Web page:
Joyce Johnson Announces Release of Her Seventh Book, a Memoir

Book Details Her Personal Journey in Corporate America as a Black Woman, Often the First and Only BIPOC Woman in the Room


Houston, Texas – 6X Author, Speaker, Sales Influencer, Business Coach and Founder of Why Sales Network, Joyce Johnson is writing her seventh book, “No Back Doors for Me.” Johnson, known for being an advocate for college students and helping with their personal development, is a native of Galveston Texas and currently resides in Houston. “No Back Doors for Me” is the story of her life in Corporate America as an African American Woman, often the first and only female or person of color in the room. The story begins at the end of her career in 2019 then goes back to her teenage years breaking color barriers in high school after attending an all Black elementary school, George Washington Carver in Galveston.

The book title was formed from a story her mother once shared about a Mexican food restaurant in Galveston that she loved, but they would only serve Blacks through the back door. After she gave birth to her daughter, Johnson’s mother had enough and decided not to go there anymore. “I took that story very literally as a young girl,” says Johnson, “I decided there will be “No Back Doors for Me!”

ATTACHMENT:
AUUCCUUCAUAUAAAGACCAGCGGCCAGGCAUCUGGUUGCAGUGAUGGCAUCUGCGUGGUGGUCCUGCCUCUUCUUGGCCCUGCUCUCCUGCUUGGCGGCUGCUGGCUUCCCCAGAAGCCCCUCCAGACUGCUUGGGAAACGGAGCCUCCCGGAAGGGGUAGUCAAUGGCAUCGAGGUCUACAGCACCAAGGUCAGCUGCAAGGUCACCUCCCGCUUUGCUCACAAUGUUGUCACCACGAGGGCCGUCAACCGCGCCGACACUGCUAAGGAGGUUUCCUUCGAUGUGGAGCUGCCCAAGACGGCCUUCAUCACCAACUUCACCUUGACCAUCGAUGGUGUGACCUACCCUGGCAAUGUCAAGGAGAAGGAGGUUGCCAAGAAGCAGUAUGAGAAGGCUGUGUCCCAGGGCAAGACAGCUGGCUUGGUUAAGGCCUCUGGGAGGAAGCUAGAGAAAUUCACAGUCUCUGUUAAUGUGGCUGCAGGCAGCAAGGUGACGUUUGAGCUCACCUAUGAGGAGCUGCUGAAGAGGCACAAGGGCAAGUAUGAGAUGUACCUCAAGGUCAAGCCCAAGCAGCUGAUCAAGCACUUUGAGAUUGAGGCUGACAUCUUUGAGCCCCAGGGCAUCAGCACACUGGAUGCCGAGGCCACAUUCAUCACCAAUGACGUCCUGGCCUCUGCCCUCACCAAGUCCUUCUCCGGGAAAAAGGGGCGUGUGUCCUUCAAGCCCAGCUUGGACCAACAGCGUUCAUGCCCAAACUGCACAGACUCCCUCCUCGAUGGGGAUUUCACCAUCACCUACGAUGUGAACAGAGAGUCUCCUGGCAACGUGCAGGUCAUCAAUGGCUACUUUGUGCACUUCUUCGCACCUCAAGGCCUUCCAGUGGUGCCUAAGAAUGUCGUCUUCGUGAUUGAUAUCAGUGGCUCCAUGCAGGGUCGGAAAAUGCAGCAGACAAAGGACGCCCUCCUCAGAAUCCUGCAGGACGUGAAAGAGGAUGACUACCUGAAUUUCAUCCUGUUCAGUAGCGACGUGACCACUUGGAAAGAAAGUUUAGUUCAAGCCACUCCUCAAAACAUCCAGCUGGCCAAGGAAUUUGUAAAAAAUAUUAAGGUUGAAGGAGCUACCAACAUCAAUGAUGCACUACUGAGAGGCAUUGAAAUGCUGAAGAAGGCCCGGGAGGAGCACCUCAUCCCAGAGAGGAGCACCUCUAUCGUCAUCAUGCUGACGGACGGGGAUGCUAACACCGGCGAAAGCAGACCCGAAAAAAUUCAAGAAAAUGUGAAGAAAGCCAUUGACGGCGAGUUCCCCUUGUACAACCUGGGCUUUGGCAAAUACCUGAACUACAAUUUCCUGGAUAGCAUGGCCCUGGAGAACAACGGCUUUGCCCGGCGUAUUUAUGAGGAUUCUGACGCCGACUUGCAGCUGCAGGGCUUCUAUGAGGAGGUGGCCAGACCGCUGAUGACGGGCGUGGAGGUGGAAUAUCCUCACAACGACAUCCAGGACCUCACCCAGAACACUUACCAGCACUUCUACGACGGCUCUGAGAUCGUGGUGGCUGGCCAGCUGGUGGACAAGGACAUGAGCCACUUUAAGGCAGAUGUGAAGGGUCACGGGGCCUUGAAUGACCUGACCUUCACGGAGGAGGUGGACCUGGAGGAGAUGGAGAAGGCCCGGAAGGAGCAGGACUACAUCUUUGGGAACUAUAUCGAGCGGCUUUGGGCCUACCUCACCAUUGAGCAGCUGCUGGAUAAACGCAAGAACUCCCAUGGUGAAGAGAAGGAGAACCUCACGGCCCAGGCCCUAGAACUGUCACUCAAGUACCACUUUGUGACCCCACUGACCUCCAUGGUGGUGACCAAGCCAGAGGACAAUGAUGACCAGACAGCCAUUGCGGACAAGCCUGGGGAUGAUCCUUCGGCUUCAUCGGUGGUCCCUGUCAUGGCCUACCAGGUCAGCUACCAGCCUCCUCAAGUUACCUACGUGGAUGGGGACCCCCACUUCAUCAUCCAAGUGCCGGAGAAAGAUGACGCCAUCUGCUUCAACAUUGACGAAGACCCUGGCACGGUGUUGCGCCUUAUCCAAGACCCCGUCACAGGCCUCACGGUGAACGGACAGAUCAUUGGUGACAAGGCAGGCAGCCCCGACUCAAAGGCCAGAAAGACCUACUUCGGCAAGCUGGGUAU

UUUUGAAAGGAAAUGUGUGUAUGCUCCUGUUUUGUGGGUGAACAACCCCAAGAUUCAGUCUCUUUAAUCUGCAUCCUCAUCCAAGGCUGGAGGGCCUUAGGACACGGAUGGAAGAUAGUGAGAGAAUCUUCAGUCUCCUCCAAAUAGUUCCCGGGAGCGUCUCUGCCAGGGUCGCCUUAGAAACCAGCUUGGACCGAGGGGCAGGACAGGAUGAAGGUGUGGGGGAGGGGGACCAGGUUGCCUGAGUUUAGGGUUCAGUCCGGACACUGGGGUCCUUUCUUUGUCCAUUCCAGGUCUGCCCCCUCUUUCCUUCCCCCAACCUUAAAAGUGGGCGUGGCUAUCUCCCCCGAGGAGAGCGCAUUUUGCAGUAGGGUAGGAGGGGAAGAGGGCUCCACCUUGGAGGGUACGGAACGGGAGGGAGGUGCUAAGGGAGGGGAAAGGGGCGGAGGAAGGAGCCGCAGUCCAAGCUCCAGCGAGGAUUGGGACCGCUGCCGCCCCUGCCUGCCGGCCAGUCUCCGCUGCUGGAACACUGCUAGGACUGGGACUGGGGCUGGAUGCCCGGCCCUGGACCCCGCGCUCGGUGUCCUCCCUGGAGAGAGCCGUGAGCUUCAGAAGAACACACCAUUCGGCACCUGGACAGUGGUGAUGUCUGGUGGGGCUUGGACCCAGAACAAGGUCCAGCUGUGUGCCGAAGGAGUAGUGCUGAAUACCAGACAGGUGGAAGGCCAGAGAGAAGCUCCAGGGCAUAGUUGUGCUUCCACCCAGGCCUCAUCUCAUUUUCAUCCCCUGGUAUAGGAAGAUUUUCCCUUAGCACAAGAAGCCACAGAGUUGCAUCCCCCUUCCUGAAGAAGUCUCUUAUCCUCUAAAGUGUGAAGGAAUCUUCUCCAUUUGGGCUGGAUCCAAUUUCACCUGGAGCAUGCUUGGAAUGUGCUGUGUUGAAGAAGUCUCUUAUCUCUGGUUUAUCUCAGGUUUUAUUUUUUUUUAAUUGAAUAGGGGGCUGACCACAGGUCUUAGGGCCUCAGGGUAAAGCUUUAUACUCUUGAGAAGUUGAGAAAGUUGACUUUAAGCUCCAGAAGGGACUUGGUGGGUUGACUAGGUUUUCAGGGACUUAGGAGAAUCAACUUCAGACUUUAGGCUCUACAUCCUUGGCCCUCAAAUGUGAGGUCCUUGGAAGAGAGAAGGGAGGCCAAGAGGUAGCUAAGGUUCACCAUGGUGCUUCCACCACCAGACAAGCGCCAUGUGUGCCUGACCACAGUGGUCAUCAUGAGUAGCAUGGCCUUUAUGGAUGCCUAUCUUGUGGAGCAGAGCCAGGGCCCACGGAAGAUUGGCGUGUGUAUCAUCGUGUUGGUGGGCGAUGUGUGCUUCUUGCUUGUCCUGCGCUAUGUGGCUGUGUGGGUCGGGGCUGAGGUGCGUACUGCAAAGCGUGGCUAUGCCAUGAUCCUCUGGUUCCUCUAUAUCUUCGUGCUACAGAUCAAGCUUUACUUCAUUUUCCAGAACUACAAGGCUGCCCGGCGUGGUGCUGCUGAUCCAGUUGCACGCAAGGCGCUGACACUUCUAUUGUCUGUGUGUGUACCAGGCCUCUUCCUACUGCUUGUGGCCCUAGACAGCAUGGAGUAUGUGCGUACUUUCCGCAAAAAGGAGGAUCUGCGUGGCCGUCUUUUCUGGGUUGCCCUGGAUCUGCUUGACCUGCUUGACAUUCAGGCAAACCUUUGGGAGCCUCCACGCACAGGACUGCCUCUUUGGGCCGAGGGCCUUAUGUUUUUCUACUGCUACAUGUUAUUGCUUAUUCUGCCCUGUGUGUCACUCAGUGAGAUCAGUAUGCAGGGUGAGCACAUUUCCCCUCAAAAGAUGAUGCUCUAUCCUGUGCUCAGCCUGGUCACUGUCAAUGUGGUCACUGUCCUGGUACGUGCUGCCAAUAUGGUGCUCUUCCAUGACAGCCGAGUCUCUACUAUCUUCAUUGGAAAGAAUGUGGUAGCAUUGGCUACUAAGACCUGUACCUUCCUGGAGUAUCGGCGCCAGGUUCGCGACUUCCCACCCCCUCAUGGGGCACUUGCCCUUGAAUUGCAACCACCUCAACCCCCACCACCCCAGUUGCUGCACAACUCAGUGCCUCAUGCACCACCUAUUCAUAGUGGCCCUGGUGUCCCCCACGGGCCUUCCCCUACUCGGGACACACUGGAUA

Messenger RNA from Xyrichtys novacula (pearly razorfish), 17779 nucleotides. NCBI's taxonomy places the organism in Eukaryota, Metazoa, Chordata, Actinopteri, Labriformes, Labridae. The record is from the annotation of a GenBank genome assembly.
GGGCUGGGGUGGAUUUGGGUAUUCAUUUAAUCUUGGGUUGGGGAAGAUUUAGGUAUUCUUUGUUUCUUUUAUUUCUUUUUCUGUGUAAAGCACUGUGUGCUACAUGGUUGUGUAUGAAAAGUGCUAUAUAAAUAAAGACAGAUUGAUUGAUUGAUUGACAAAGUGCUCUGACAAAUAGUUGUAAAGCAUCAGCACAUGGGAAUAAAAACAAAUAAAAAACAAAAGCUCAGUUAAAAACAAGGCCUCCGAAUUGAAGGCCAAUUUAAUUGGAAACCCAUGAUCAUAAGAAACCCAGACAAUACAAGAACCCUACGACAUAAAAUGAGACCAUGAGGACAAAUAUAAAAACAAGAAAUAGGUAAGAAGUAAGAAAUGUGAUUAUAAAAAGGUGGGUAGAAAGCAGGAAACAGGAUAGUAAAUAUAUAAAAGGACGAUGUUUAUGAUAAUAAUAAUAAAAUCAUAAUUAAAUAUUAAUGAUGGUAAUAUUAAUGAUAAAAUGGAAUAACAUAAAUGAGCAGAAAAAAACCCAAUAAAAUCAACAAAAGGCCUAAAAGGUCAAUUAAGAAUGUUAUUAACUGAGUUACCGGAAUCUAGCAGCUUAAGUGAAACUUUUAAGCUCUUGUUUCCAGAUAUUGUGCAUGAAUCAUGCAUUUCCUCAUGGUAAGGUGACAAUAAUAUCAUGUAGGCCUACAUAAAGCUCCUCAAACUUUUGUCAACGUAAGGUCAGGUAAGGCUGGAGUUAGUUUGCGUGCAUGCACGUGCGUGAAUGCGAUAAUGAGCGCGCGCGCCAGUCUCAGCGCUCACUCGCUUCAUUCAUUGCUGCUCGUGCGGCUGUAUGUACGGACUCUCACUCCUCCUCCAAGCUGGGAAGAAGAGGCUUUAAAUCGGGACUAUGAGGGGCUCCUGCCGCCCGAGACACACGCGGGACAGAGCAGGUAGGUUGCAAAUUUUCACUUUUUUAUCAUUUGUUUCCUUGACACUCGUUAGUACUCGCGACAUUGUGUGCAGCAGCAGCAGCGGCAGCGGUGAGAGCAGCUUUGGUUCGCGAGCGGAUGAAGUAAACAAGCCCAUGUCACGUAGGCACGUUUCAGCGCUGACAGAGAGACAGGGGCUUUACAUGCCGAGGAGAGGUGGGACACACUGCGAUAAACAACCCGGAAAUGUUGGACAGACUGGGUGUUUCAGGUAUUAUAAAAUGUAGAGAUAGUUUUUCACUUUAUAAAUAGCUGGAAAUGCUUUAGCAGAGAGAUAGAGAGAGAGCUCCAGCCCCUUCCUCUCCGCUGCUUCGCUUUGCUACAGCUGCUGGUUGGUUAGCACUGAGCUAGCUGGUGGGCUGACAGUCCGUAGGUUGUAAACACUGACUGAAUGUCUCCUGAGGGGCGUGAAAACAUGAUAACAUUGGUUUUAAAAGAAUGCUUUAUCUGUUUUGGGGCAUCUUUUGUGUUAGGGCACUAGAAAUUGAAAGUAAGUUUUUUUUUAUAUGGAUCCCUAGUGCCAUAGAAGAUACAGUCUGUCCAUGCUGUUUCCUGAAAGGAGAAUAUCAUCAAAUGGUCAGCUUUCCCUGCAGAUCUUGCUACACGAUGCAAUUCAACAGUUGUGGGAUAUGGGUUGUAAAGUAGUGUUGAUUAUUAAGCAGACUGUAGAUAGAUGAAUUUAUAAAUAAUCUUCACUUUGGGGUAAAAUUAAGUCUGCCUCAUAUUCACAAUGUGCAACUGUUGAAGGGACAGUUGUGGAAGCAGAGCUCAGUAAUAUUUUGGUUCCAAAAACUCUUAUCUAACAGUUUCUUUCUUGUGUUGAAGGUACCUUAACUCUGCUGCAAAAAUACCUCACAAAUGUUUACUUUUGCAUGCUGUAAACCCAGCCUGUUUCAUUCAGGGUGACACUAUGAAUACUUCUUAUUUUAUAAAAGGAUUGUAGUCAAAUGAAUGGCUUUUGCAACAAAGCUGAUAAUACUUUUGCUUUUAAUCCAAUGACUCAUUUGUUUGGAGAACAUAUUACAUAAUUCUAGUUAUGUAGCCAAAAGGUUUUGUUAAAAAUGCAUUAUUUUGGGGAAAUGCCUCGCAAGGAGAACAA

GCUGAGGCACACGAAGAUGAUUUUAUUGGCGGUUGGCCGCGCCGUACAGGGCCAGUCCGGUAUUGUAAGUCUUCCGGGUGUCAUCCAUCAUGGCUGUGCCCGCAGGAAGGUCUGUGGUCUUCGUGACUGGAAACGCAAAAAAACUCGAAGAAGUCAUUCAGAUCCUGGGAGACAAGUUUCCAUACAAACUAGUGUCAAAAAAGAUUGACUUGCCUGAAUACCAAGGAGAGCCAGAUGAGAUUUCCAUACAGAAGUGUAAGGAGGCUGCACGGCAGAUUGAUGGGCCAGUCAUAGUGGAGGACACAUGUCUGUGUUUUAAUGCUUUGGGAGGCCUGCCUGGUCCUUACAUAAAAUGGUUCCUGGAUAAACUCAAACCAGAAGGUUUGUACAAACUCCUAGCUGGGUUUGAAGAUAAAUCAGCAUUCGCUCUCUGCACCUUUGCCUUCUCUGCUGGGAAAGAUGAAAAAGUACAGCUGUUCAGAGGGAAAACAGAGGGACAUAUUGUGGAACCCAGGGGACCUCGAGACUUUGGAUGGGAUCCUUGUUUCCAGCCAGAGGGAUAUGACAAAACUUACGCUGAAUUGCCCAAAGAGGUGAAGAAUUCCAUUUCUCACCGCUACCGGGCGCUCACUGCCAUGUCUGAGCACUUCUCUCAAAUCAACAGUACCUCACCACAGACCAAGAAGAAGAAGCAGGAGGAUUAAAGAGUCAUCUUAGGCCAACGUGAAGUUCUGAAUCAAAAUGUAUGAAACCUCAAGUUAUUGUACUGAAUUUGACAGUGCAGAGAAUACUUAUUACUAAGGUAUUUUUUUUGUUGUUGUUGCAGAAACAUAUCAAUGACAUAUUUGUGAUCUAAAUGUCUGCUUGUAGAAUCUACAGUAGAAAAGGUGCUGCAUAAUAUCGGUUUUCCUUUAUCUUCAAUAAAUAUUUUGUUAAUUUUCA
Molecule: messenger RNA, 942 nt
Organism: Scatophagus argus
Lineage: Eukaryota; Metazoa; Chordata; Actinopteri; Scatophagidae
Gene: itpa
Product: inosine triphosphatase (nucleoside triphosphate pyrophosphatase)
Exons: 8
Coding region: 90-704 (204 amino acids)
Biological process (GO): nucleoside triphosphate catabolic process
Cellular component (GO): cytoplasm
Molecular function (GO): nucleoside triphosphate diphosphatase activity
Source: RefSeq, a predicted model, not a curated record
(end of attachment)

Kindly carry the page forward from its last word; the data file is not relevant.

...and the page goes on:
Joyce Johnson recently completed a Diversity and Inclusion certificate program offered by Cornell University. She registered specifically to better address the requests from various companies to assist them with building diversity and inclusion programs. “A corporate volunteer supporting employee resource groups, I have led through my heart and am sure to always incorporate what I consider common sense and respect for others. I enrolled in the program to gain fundamental insight and confirmation that I was doing the right things,” Johnson says.

Per Johnson, the experience led her through an emotional whirlwind of thoughts and feelings of pain she didn’t realize she was harboring. Realizing her own personal challenges of corporate discrimination and helping others through theirs caused trauma.


“It took a burst of tears while completing a homework assignment, laying down for a nap and literally getting out of bed three days later to realize the impact that racism and sexism had on my life,” says Johnson.


Johnson pulls confidence and inspiration from “The Memo” by Minda Harts which she says confirmed her inner permission to write this book in complete truth. Admitting it may tick off a few of her previous corporate leaders, “while listening to Minda read her book, I felt like I was speaking while using the tone of someone else’s voice. I can’t recall the last time a book made me feel this way. It is raw. It is real. I hope people feel the same freedom after reading my book.”